Wednesday, March 9, 2016

Winter on the Farm/ A Visit to the Sugar Camp

Winter on the Farm/ A Visit to the Sugar Camp

It's almost spring here in New England in the 1790s (that's the Federalist era in America) and that means lots of work to do on the farm. I'm here at Coggeshall Farm in Bristol, Rhode Island. It's a tenant farm, which means my father does not own the land but works it for an absent owner. My father pays rent, usually in the form of onions, to the landlord. 

There's plenty of work to do indoors. I follow my mother and learn how to do household chores.

I hang our clothes, make the bed and prop up my special friend Mehitabel on the bed.

I learn to spin the wool from our sheep into thread and weave the thread on the loom to make warm clothing, like my shawl. It is a very slow process. First I clean the wool, then card the wool with the carding combs before I can begin to spin it into thread. Then I weave it into cloth and knit it into stockings and mittens. The wool will make fine winter clothing for next year.

After a long winter cooped up indoors, it's nice to be able to get outside again, even if it means more hard work. I go out to check on the animals. 

I must feed the chickens. They are more interested in their food than in me.

We have some new lambs. Aren't they sweet? I wish I could keep one for a pet. 

Here are the ram and the ewe keeping an eye on their babies. They are Gulf Coast Native sheep, descended from sheep brought by Spanish settlers in the 1500s. 

We have a donkey to protect the flock. If any wolves or coyotes come, the donkey will kick at them.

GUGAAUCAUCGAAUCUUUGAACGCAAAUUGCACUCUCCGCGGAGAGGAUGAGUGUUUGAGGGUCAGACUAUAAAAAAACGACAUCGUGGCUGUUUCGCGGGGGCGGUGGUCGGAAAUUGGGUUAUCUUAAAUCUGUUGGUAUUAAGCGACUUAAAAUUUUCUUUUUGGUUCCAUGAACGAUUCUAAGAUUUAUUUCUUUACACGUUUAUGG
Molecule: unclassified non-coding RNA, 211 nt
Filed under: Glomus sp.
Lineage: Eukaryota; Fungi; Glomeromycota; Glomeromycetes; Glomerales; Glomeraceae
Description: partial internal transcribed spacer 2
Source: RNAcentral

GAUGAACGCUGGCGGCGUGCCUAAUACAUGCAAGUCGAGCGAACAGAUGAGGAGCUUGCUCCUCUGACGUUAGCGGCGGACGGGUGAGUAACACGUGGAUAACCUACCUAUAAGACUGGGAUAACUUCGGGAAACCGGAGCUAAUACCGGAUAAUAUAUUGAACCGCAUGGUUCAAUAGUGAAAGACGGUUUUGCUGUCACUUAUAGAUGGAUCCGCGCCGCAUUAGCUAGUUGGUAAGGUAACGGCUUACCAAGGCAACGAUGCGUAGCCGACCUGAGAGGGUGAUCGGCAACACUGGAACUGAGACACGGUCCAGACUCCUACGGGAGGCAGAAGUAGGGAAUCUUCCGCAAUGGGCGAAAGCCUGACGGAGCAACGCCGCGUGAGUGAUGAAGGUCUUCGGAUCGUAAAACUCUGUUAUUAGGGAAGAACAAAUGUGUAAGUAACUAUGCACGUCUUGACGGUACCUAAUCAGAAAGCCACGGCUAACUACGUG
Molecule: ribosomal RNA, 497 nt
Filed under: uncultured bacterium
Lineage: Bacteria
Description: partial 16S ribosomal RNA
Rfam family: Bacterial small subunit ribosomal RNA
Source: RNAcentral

I take a walk to the woods to visit my big brother in the sugar camp. He was feeling restive cooped up in the house all winter so Mother sent my father and brother out to the woods to tap the maple trees for making maple syrup. My brother drilled a hole in the tree with a tool called an auger. Then he put a wooden spout in it to divert the syrup from the maple tree to the log. The days are warming up and the nights are cool so the sap flows forth from our Norway maple trees quickly. 
Then my brother boils the sap over the fire until we have sweet syrup we can use or sell. Though 'tis easier and cheaper to import cane sugar from the West Indies, maple syrup makes a nice treat

. My brother lives here in the camp. He watches over the boiling sap. Later, after the sap starts running, the trees will eventually die and my father will have more farm land. (In YOUR time or any other time after the mid-18th century, the tree keeps on growing! I'm visiting an 18th century farm and if my father or brother makes a hole with an auger the tree will live but my father wants more farm land so he may make a gash in the tree, which is the old-fashioned way to do it.)

The sap is boiled down until it becomes thick and sweet. The air is filled with the smell of wood smoke and sweet syrup.

Back inside, I help my mother in the kitchen. I read a recipe for Johnny Cakes, a type of fried pancake made from Indian corn meal.

 "Scald 1 pint of milk and put to 3 pints of indian meal, and half pint of flower--bake before the fire. Or scald with milk two thirds of the indian meal, or wet two thirds with boiling water, add salt, molasses and shortening, work up with cold water pretty stiff, and bake as above." Mother chooses to add molasses and salt to her Johnny Cakes

 The secret to the best Johnny Cakes is to fry them in butter.

Mother makes the best Johnny Cakes.

I take some spices to grind in the mortar and pestle. We have cinnamon, nutmeg and cloves.

I take a quick rest 

Our kitchen cat comes in to see if she can find a tit bit of something good to eat. Methinks she would rather have a mouse than a Johnny Cake!

Time to study my lessons with the New England Primer.

I recite while my mother cooks: "Good children must,  
Fear God all day, Love Christ always,
Parents obey, In secret pray,
No false thing say, Mind little play,
By no sin stray, Make no delay,
In doing good."

After lessons, it's time for supper and then bed. Night comes early to the farm in winter but the days are growing light again and soon we will have more work to do. Good-Bye for now!

Take a tour of the rest of the farm or join me next time on another time travel adventure.

I'll have more adventures to share with you soon.